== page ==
The role of T-box transcription factor TBX3 in rhabdomyosarcoma

Master Thesis


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University of Cape Town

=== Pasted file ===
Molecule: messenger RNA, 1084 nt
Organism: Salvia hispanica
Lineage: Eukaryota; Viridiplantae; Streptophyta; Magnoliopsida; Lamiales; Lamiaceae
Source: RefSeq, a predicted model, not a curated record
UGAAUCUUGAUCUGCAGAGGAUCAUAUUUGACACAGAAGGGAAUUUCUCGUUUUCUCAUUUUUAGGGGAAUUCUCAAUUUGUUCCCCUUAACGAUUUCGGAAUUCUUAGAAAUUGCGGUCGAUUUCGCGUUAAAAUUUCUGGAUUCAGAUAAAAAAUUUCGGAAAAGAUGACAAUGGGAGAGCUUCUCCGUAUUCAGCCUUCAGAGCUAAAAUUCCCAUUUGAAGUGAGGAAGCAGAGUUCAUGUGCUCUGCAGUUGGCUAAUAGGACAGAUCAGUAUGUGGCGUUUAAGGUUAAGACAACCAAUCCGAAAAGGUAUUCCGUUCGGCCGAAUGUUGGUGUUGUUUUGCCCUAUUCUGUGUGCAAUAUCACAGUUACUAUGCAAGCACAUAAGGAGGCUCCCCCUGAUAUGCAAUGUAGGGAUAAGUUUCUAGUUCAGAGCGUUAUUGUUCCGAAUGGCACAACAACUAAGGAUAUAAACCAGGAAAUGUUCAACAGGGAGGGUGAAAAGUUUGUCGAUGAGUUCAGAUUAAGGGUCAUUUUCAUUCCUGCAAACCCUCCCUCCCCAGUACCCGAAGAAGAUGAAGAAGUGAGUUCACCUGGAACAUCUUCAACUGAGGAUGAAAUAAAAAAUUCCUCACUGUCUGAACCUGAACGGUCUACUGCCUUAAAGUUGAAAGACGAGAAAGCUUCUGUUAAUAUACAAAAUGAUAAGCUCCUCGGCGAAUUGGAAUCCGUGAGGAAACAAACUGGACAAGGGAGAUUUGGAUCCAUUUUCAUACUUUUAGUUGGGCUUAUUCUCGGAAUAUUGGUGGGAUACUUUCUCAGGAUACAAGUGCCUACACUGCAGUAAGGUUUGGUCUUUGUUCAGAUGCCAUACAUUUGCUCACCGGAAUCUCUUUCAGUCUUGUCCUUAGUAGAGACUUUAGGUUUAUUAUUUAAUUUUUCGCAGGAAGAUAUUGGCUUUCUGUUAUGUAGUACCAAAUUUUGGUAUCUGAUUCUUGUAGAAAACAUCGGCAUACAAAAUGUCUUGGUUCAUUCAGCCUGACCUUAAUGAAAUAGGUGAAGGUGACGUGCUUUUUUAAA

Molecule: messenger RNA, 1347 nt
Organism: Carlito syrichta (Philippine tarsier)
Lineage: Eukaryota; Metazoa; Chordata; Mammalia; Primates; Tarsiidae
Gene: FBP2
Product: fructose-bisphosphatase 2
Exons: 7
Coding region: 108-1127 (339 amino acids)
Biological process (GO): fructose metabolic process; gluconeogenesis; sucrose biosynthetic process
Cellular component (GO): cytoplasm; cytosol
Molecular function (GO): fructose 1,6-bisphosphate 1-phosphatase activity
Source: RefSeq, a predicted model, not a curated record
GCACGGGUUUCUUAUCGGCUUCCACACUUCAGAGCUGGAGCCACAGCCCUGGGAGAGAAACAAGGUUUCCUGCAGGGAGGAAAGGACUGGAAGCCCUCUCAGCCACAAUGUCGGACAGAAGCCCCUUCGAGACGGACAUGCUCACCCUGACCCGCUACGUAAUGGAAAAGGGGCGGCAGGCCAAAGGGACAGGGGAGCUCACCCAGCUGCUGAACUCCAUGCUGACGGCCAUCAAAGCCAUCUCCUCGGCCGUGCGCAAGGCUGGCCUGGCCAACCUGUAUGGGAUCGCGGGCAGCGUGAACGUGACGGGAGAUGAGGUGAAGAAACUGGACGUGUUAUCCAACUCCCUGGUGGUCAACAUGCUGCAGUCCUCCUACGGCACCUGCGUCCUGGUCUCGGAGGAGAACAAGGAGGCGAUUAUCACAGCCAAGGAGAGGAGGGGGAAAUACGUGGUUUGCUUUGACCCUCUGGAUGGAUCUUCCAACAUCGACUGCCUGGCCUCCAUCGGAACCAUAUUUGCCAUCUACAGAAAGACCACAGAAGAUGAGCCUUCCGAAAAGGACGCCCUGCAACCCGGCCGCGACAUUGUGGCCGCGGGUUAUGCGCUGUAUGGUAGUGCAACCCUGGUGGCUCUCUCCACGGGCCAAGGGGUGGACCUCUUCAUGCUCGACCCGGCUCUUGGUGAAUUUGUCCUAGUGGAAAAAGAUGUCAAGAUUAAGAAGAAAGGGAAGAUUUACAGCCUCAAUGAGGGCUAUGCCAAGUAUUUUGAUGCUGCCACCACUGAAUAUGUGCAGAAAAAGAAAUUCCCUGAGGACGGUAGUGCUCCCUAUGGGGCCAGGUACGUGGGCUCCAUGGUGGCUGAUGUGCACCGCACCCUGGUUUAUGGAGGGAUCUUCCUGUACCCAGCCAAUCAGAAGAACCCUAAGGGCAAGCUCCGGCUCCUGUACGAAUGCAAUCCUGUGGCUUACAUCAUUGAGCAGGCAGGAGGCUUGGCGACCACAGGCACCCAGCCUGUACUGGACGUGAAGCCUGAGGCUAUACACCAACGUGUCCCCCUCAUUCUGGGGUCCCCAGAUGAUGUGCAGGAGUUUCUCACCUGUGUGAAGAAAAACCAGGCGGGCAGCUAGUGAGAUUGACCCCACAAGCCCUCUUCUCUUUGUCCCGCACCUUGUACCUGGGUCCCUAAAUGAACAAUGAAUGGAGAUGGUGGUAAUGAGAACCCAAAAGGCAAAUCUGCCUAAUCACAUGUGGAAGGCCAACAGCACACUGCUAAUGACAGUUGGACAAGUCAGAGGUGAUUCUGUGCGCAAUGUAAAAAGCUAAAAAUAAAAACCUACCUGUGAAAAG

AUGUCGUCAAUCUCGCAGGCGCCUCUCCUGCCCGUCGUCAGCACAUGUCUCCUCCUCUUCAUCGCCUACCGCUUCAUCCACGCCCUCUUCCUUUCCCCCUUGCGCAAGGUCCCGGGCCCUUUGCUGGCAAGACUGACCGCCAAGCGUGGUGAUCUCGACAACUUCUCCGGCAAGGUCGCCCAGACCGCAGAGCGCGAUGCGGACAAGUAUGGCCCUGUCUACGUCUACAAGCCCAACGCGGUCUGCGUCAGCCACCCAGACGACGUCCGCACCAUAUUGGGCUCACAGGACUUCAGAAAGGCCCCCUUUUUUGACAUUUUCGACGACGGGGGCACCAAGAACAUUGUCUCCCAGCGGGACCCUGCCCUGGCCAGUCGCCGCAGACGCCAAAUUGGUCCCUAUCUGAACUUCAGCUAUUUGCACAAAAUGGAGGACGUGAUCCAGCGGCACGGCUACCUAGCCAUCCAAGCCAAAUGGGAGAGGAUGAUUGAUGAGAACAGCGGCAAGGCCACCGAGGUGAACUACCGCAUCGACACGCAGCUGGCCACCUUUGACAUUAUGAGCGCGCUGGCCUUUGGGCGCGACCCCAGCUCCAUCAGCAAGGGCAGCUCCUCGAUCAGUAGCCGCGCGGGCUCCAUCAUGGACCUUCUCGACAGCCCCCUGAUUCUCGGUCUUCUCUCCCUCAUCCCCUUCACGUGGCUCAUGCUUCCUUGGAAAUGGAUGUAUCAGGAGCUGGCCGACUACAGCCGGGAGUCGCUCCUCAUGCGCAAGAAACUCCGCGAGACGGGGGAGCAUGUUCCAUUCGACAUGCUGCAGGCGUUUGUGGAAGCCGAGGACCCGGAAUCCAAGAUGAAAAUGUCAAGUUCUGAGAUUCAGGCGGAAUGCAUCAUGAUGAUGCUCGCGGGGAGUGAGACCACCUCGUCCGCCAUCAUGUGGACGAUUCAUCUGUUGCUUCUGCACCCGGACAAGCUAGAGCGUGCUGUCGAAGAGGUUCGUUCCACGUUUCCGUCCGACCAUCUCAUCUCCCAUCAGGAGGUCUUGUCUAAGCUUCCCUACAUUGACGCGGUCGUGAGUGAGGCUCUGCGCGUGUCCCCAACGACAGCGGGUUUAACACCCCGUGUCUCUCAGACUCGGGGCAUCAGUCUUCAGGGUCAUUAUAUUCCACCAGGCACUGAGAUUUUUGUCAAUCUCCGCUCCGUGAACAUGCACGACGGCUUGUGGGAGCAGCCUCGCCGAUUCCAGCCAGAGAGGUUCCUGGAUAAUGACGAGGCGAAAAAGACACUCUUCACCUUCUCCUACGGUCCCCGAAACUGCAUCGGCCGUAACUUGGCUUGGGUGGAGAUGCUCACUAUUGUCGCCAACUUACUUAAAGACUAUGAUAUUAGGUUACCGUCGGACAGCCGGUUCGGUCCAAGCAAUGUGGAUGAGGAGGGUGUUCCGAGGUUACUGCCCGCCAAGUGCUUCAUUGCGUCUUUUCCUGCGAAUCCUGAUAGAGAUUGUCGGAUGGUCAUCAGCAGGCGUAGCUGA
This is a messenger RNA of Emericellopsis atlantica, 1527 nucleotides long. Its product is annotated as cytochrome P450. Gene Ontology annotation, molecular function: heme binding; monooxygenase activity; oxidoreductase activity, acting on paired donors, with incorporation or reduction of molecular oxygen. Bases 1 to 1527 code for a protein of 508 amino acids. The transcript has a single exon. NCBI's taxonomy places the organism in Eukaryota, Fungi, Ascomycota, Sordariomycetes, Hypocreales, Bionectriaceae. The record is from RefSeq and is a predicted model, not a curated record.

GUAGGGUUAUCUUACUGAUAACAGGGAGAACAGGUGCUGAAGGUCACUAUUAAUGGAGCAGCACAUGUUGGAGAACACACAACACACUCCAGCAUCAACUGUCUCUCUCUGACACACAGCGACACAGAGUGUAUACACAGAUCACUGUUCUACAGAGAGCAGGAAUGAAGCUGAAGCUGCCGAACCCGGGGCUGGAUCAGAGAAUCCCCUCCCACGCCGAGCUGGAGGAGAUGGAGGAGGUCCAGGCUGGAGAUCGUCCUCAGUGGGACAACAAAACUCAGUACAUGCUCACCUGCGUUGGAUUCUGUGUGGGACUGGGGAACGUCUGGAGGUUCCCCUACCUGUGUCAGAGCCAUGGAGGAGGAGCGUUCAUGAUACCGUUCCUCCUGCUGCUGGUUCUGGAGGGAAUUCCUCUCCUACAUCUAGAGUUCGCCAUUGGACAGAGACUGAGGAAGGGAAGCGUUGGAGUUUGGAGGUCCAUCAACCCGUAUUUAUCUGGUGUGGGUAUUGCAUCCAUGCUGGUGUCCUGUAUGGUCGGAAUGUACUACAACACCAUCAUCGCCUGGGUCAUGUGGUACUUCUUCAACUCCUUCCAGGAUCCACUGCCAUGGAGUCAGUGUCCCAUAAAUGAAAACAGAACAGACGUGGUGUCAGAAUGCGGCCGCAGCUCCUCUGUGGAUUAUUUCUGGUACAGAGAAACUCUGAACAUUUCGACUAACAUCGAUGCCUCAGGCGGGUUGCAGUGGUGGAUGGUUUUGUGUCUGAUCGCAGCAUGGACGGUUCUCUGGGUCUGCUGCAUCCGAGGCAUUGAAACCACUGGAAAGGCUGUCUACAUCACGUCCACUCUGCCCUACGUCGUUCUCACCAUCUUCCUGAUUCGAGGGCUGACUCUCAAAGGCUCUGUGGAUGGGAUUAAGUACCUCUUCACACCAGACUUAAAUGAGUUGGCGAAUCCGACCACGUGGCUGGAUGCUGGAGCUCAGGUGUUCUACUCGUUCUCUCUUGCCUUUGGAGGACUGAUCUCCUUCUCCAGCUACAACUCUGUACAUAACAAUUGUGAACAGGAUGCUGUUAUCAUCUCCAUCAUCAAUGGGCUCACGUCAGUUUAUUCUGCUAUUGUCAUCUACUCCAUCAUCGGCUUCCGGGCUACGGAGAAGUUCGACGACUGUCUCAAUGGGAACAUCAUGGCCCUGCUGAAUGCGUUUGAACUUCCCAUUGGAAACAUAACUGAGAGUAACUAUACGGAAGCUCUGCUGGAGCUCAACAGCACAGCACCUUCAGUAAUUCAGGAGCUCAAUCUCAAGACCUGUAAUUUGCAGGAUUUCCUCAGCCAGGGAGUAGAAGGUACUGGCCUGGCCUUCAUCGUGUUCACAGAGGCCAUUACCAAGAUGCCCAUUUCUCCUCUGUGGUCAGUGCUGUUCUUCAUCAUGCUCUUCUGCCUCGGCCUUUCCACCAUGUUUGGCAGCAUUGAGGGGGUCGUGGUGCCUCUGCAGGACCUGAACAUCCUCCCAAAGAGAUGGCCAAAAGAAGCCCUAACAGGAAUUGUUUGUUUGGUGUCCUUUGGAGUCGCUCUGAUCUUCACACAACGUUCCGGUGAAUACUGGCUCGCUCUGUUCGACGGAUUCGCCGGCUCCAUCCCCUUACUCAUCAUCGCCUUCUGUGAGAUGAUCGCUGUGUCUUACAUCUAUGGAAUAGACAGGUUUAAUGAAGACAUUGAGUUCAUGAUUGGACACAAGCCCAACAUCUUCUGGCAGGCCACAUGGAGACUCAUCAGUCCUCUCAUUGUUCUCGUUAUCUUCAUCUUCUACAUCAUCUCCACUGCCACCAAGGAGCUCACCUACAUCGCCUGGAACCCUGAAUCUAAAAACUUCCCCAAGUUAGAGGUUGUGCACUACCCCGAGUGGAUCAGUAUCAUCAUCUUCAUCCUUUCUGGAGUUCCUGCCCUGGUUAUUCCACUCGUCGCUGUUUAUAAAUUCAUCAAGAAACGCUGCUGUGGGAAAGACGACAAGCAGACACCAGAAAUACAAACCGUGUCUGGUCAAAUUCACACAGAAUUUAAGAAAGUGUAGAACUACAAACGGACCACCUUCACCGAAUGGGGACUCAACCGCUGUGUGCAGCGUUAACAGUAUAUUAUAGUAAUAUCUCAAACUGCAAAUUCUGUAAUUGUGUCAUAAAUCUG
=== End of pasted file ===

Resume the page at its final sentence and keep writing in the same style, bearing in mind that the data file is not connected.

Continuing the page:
Cancer remains one of the leading causes of death worldwide due to late diagnosis and ineffective treatment options. To address this problem requires the elucidation of the molecular mechanisms, including the signaling pathways and transcription factors that drive cancer initiation and progression. In this regard, our laboratory has been particularly interested in the embryonically important T - box family of transcription factors which has been heavily implicated in promoting initiation and progression of a long list of cancers. For example, the overexpression of the T - box factor TBX3, has been reported to function in promoting immortalization, migration, invasion and tumour formation in a number of epithelial - derived malignancies. Furthermore, our laboratory recently reported that TB X3 is also overexpressed in a wide range of sarcoma subtypes including rhabdomyosarcomas. This suggests that TBX3 may also contribute to the development and/or progression of sarcomas and potentially may serve as a biomarker for their diagnosis and targete d therapy. This is exciting because sarcomas are diverse and heterogeneous cancers with varying clinical behaviours, high rates of metastasis and recurrence and are notoriously resistant to current chemotherapies. However, whether TBX3 is a molecular drive r of these mesenchymal - derived cancers remains to be determined. This project therefore aimed to elucidate the role of TBX3 overexpression in embryonal rhabdomyosarcomas (ERMS) which is the most common soft tissue sarcoma in children and adolescents. To this end, ERMS cell culture models were established in which TBX3 was either stably knocked down or stably overexpressed and the resulting cells were tested for several features of the cancer phenotype using in vitro and in vivo experiments. The results show that TBX3 promotes cell proliferation, anchorage independent growth and cell migration in vitro and tumour formation and invasion in vivo. This study also provides evidence that nucleolin binds to, and co - operates with, TBX3 to promote proliferation and migration of ERMS cells. Furthermore, data from initial experiments reveal that Hsc70 interacts with TBX3, to possibly increase its protein stability, and that oncogenic c - Myc and AKT 1 positively regulat e TBX3 levels in ERMS. This, albeit preliminary data, suggest that Hsc70, c - Myc and AKT1 are responsible, in part, for the overexpression of TBX3 in ERMS. Together findings from this study implicate TBX3 as an oncogene in ERMS and suggest that TBX3, nucleolin, Hsc70, c - Myc and AKT may be used in combination as biomarkers for the diagnosis and targeted therapy of ERMS.